By Jack Wittels (Bloomberg) —
The organization that regulates shipping made little fresh progress toward decarbonizing the industry during a series of meetings last week.
The main outcome from talks hosted by the United Nations’ International Maritime Organization was agreement to revise, in 2023, its decarbonization strategy — and that wasn’t really new. A non-binding proposal on zero emissions didn’t get official approval. And a plan for a small charge on fuel to raise money for research and development into cleaner shipping was deferred to a future meeting.
Shipping’s current 2050 target falls well short of what’s required to align the sector with the Paris Agreement’s ambitions on limiting temperature rises. Yet the IMO has yet to set solid rules — or even a target — that would get the industry on track.
“This was disappointing,” said Simon Bergulf, regulatory affairs director at A.P. Moller-Maersk A/S, the world’s largest container line. Momentum on shipping from COP26 climate talks, “did not translate at all.”
The main achievement on emissions from the week-long meeting was recognizing the need to “strengthen the ambition” of the IMO’s current decarbonization strategy, which includes pollution-reduction targets. A major shipping trade group called the talks a missed opportunity.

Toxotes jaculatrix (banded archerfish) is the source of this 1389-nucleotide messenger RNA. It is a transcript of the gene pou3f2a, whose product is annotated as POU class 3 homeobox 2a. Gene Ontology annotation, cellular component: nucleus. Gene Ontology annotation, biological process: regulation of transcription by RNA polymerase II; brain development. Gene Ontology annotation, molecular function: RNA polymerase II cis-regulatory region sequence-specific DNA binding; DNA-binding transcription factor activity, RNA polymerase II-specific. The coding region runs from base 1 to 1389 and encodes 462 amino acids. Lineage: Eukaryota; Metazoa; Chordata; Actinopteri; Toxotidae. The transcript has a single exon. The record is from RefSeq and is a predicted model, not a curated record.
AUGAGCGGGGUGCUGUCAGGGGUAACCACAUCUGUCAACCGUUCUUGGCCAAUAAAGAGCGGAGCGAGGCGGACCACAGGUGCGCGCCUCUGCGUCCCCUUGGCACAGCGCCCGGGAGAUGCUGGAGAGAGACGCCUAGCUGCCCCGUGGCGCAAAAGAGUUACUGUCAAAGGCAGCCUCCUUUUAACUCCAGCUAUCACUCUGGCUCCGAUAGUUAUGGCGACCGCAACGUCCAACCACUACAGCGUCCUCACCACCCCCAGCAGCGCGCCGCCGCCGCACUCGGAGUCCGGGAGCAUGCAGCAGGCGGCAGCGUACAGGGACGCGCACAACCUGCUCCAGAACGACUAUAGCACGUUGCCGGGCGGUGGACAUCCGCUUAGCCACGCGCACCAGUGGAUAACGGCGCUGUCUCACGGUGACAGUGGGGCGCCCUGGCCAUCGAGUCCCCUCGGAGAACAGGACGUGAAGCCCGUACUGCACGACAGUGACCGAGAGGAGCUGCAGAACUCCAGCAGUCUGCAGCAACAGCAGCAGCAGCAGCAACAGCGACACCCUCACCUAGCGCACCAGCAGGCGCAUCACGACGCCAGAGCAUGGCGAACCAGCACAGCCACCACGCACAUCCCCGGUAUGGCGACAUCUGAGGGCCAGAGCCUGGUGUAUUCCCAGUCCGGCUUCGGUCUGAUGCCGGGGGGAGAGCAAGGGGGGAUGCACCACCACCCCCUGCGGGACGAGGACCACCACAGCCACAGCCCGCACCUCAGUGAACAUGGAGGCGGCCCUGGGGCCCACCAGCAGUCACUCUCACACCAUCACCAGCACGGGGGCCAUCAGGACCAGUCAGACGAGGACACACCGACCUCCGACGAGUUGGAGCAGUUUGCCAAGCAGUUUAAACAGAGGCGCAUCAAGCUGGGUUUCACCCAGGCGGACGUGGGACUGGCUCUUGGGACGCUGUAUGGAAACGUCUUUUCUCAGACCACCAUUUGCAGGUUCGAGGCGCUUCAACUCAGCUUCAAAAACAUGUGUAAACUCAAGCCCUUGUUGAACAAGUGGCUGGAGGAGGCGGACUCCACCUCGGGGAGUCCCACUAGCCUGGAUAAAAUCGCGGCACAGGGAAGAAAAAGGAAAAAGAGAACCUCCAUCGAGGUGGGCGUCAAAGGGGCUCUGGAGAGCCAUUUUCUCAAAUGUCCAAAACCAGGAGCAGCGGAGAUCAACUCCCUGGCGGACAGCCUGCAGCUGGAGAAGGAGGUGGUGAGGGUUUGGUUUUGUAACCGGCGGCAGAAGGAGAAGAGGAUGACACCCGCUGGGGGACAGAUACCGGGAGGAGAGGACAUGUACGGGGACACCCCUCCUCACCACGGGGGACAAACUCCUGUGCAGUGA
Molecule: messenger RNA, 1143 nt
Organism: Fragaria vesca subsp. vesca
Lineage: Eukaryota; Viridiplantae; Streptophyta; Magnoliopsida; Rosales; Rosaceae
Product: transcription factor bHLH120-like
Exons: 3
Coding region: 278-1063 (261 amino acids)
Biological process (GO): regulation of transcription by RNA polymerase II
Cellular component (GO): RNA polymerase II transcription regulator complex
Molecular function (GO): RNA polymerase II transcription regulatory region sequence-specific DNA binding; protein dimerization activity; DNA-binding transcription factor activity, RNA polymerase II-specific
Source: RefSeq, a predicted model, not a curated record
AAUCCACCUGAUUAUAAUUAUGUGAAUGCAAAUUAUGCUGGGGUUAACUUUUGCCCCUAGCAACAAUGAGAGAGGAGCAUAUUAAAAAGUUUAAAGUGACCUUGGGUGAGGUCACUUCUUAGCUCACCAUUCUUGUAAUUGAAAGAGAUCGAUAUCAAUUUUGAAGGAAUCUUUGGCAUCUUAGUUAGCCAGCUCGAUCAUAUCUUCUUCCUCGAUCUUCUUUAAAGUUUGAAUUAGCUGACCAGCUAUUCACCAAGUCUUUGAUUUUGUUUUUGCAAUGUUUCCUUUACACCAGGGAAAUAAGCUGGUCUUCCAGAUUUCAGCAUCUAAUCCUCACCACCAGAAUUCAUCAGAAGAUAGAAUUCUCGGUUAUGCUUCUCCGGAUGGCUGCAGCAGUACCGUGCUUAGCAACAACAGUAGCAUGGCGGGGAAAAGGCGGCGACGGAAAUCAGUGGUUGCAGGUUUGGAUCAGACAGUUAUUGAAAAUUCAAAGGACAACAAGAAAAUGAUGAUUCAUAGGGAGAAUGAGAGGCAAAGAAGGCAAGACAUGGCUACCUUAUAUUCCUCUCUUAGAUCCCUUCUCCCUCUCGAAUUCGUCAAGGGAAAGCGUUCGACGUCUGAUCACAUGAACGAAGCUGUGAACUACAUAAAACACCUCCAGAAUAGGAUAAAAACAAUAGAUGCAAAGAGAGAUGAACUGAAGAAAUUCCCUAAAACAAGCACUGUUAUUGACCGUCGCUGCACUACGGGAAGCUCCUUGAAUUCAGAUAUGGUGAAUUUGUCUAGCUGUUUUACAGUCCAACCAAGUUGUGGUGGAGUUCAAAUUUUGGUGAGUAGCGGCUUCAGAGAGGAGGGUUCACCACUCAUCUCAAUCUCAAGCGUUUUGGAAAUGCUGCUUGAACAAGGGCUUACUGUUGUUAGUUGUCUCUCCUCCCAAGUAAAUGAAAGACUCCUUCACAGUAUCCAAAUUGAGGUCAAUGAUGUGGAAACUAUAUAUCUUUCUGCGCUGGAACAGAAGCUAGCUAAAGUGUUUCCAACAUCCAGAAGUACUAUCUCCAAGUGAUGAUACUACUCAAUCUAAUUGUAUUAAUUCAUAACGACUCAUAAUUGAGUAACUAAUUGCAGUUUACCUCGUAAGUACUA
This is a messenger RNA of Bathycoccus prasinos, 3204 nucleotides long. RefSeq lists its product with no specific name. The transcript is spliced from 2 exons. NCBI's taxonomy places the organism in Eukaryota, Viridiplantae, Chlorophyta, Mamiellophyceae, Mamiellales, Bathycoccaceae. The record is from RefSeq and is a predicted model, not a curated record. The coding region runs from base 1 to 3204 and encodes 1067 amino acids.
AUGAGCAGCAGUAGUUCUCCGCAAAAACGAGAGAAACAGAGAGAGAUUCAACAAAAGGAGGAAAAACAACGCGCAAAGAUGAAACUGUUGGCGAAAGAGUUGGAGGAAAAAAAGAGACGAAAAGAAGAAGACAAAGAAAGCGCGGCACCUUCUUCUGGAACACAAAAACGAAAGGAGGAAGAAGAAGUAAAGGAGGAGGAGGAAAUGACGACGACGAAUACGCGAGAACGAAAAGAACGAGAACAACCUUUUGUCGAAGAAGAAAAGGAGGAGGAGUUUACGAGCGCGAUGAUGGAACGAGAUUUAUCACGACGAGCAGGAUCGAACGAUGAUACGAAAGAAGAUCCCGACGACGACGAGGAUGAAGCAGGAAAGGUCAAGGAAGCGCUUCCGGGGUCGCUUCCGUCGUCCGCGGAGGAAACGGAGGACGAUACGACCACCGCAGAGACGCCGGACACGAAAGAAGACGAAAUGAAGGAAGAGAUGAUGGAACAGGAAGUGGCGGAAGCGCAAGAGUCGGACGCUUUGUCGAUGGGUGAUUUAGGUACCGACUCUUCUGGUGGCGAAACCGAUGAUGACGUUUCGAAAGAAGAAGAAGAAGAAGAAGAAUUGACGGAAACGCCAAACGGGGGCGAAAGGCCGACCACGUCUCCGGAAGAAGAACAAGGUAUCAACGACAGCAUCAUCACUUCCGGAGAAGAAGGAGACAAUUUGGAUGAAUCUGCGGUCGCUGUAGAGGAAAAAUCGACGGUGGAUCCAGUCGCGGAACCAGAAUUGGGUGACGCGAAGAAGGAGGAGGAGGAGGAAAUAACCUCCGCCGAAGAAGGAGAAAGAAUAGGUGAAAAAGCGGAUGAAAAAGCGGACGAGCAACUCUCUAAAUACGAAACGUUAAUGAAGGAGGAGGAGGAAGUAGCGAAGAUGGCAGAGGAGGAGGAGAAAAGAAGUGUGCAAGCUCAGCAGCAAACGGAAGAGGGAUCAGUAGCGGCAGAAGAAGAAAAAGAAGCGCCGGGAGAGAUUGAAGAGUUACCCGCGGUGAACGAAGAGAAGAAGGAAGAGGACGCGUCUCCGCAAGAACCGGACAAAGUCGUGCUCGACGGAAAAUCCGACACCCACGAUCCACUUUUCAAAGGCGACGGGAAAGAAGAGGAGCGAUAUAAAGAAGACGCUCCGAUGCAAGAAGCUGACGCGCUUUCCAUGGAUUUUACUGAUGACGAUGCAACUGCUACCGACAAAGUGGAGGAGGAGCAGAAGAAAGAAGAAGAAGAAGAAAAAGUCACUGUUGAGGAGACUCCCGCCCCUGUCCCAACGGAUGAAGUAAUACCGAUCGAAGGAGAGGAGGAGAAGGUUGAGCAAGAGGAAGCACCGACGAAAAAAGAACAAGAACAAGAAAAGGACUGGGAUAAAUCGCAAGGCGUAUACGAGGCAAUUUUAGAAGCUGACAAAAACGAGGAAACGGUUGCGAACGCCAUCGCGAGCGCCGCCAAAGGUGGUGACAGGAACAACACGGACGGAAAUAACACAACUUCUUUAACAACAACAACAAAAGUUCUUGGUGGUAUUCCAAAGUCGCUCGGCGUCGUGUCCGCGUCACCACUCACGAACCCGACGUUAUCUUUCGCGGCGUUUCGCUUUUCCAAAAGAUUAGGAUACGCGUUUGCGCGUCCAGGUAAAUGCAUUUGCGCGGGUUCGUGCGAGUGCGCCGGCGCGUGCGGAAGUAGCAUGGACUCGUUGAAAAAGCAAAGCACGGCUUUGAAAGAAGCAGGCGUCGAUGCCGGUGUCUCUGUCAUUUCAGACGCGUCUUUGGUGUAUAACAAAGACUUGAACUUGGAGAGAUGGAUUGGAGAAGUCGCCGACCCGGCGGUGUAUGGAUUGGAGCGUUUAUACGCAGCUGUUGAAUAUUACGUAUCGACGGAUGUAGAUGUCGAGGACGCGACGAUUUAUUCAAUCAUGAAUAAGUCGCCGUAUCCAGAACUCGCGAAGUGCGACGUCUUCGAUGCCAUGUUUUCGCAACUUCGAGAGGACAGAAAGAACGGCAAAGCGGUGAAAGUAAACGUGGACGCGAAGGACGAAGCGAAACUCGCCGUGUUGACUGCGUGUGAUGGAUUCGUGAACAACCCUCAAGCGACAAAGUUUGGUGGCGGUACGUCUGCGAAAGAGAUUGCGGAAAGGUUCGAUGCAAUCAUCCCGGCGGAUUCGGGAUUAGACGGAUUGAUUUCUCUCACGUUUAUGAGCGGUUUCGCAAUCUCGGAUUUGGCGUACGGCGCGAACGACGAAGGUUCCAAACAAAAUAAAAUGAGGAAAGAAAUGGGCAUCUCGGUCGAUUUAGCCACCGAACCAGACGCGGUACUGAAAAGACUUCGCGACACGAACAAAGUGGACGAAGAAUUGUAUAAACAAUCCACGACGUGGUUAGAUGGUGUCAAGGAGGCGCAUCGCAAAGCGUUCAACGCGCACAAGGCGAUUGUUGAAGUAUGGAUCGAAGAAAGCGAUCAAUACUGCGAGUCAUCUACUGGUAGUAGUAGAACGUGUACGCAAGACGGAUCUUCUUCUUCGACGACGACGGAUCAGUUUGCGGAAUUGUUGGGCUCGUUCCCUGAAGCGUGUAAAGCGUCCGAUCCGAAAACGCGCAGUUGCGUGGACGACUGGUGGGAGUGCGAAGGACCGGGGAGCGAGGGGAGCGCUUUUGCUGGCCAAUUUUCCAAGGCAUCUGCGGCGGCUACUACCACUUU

Getting the industry to zero emissions will require the sector to wean itself off oil-derived marine fuels and use more expensive, less polluting alternatives. Many see a carbon levy as a way to bridge that price gap, but getting agreement at the global level won’t be easy. Not every proposed major GHG cutting mechanism for shipping is entirely based on financial incentives.
The IMO does have a “work plan” for adopting more stringent measures, and no major progress on that front was expected from this week’s meeting. Nevertheless, if the organization does not signal it’s ready to take serious action on climate change, it risks letting others fill the void. The EU has already proposed its own rules, and large companies are also making pledges of their own to decarbonize.
Bergulf said that during last week’s meeting, less-ambitious countries had passionate negotiators, while more climate-progressive nations were very careful.
It’s really time to “show some more guts, stand a little firmer, and take some more risks,” he said.
© 2021 Bloomberg L.P.
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